Counting on Frank

What is Counting on Frank?

Counting on Frank (CoF) is the first commercial product resulting from the Electronic Games for Education in Math and Science collaboration between researchers in computer science and education, teachers, and commercial game developers for Electronic Arts.

In CoF the player's goal is to help a boy, Henry, and his dog, Frank, win a contest to guess the number of jellybeans in a jar by collecting clues as the reward for solving mathematical word problems. The main educational activities in CoF are solving the word problems, using the clues to determine the number of jellybeans, and playing four other mathematical strategy games (mathgames), each with several variants.

The primary entertainment elements are the "click-ons" in each of the eight main scenes on CoF, ie. objects that, when clicked on, trigger a humorous animation that is generally unrelated to the educational activities. Other non-educational entertainment elements include animation sequences as rewards for correct answers to word problems, and humorous dialog by the main characters.

So tell me about the study...

Where to find out more
The full study is available in PostScript or MS Word format from our archive. If you just want the important bits, read on:

Summary of Study
There were two components to the Counting on Frank study: classroom and home use. In the classroom, children in grades 3-4 played CoF for 40 minutes twice a week for four weeks. They completed questionnaires at four points during the study: at the beginning, middle, end, and six weeks after the CoF sessions ended. The questionnaires measure the children's performance on word problems similar to the ones found in CoF, as well as their attitude towards math. The home-play portion of the study took place over spring break. Children took home computers with CoF, and could play as much or as little as they wanted. The childrens' actions were recorded into log files, which were then (and are still being) analysed for useful information.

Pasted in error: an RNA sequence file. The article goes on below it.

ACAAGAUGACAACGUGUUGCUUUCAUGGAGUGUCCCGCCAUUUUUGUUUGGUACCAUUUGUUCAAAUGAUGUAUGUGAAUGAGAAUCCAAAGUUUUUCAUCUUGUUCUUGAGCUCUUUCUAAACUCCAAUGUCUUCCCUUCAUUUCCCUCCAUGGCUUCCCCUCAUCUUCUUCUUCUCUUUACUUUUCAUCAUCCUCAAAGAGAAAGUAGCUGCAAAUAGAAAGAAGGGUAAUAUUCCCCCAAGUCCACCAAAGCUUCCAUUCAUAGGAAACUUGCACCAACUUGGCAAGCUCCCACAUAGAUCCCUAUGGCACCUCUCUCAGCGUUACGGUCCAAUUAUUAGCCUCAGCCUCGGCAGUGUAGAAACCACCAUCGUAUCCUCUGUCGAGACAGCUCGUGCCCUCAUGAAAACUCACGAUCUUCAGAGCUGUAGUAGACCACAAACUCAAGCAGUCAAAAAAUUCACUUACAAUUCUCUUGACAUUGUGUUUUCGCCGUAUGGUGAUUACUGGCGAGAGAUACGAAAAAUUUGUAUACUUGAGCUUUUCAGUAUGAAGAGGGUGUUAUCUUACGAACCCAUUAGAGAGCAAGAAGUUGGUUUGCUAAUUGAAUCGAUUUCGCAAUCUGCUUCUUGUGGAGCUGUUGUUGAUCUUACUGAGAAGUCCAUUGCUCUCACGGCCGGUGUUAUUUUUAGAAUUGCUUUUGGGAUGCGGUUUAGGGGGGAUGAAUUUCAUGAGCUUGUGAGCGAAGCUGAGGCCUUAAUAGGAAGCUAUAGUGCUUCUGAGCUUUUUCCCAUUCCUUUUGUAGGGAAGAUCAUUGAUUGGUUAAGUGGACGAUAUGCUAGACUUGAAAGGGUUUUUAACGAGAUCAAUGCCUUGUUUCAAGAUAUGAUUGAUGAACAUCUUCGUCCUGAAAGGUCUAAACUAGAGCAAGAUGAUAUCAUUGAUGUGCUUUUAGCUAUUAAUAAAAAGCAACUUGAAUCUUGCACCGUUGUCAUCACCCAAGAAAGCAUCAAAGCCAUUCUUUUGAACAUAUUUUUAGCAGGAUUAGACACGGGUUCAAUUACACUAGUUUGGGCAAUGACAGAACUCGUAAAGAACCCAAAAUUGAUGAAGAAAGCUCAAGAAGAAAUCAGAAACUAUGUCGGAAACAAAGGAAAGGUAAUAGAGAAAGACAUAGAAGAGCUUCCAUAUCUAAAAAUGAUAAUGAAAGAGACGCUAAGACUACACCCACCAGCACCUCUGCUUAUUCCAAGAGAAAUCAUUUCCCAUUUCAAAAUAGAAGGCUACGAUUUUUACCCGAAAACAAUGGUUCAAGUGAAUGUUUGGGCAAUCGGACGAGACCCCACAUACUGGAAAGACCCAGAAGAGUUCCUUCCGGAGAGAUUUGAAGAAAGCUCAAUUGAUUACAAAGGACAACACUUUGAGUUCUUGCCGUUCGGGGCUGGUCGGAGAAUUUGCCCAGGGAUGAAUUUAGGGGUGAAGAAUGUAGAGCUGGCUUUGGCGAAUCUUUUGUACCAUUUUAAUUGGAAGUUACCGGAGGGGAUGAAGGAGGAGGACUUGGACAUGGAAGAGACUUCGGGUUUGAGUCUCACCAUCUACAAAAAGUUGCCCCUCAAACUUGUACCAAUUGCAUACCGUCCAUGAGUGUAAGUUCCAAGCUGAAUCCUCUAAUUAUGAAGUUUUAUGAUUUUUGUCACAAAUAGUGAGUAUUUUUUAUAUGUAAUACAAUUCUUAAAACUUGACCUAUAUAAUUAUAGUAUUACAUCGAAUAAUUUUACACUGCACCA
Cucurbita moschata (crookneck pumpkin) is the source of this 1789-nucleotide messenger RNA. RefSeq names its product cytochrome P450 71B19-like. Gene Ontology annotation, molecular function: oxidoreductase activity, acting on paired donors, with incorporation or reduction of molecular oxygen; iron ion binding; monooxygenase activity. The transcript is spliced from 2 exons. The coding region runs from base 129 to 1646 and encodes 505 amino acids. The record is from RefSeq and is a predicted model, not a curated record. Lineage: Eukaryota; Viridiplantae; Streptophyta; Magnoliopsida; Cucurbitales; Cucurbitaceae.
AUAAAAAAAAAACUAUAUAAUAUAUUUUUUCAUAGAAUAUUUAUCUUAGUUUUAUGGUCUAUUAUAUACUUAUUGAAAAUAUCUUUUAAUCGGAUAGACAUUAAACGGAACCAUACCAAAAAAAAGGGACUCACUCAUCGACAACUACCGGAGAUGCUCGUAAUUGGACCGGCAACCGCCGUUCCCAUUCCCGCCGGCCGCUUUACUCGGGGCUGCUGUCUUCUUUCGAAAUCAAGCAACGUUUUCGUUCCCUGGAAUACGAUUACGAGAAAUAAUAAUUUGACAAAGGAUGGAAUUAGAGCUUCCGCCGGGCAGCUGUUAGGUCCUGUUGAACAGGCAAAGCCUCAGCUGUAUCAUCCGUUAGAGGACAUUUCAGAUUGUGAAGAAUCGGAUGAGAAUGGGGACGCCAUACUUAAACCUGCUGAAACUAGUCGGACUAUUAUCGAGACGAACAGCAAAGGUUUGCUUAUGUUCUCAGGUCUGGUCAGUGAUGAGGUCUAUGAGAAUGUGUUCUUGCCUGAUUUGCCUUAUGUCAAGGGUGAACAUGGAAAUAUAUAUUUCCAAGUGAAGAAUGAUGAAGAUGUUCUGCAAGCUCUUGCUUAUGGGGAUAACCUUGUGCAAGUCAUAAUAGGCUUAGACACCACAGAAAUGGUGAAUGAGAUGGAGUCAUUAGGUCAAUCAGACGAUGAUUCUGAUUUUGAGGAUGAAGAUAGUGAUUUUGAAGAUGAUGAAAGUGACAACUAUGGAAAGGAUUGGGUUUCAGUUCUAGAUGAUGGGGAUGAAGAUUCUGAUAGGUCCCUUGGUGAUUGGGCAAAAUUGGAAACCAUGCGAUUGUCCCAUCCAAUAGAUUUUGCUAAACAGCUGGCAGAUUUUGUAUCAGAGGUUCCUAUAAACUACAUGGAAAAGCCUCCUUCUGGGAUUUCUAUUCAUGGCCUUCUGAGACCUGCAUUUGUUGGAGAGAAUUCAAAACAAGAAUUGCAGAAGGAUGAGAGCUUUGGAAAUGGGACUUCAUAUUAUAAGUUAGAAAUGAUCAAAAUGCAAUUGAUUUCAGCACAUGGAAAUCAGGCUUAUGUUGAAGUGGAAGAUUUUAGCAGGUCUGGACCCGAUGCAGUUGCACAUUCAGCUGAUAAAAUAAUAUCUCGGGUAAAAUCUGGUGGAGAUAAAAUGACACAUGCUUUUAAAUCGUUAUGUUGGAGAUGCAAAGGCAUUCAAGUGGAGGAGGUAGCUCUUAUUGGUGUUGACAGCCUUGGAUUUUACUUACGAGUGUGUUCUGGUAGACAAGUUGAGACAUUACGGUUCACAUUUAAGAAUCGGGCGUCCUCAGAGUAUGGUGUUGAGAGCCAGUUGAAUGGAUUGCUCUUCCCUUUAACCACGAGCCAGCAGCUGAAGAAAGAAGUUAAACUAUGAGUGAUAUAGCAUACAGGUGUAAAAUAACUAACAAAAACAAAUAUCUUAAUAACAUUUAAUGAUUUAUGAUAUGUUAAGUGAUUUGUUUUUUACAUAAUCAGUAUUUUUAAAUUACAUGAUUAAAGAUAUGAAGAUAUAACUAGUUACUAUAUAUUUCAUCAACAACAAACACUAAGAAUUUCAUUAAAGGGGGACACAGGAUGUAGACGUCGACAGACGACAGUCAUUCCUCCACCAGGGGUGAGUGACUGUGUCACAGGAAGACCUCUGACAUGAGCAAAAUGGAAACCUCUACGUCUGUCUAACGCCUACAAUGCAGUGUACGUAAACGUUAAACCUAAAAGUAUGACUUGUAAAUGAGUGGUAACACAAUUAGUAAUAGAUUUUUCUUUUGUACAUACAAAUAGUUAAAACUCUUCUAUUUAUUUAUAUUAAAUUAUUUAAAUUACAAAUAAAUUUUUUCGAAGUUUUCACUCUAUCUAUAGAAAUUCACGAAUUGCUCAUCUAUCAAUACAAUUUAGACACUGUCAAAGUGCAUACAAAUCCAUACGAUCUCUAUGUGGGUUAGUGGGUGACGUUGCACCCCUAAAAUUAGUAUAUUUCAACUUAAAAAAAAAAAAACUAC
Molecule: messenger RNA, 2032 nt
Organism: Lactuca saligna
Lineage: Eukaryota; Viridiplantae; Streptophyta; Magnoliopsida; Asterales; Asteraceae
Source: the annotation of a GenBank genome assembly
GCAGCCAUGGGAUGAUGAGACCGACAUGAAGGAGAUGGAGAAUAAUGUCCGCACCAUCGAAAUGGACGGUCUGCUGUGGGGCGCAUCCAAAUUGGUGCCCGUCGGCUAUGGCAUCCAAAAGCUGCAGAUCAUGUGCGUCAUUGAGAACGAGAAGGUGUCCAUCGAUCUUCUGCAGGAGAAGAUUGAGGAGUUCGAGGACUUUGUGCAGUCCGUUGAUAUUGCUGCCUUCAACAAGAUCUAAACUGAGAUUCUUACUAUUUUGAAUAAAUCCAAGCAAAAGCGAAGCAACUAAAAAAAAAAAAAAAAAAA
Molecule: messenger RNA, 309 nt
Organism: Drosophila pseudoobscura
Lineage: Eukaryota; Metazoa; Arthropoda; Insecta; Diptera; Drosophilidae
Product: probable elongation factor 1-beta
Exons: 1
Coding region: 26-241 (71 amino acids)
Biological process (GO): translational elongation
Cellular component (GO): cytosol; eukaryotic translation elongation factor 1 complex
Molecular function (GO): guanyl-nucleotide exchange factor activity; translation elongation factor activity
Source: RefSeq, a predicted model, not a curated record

A major concern during the design of CoF was whether players would actually use the mathematical activities, or just spend all of their time playing with click-ons. This study found that this was not a problem, as children both at home and at school spent a significant amount of their time (55%) on the math activities.

Positive Feedback
CoF was successful in many respects. It is attractive to most boys and girls of ages 8-12, and exposes them to a wide range of content that is recognisable as math. Children enjoyed being able to move at will between any of the wide range of activities offered. Several aspects of the game encourage children to think about the underlying concepts of mathematics behind the puzzles: the large (over 15,000) range of possible solutions, wide variety of clues to the solution, giving redundant clues, limiting the number of clues that can be saves (and therefore be used to determine the solution to the game), and providing a number line visualisation of the impact of clues on the solution set.

And Some Things to Work On
The main question that remains is: to what degree does CoF contribute to learning math? In the controlled school sessions, students showed greater performance gains on the word-problems after doing worksheets than playing CoF (although this may be at least partially due to the similarity between the worksheets and the tests, and pre-test performance results were high enough that there was limited room for improvment.) CoF seems to be more suited to practising word problems, rather than learning how to solve them, due to the limited number of word problems, and limited variety of these problems. CoF may have limited effectiveness as a stand-alone learning tool.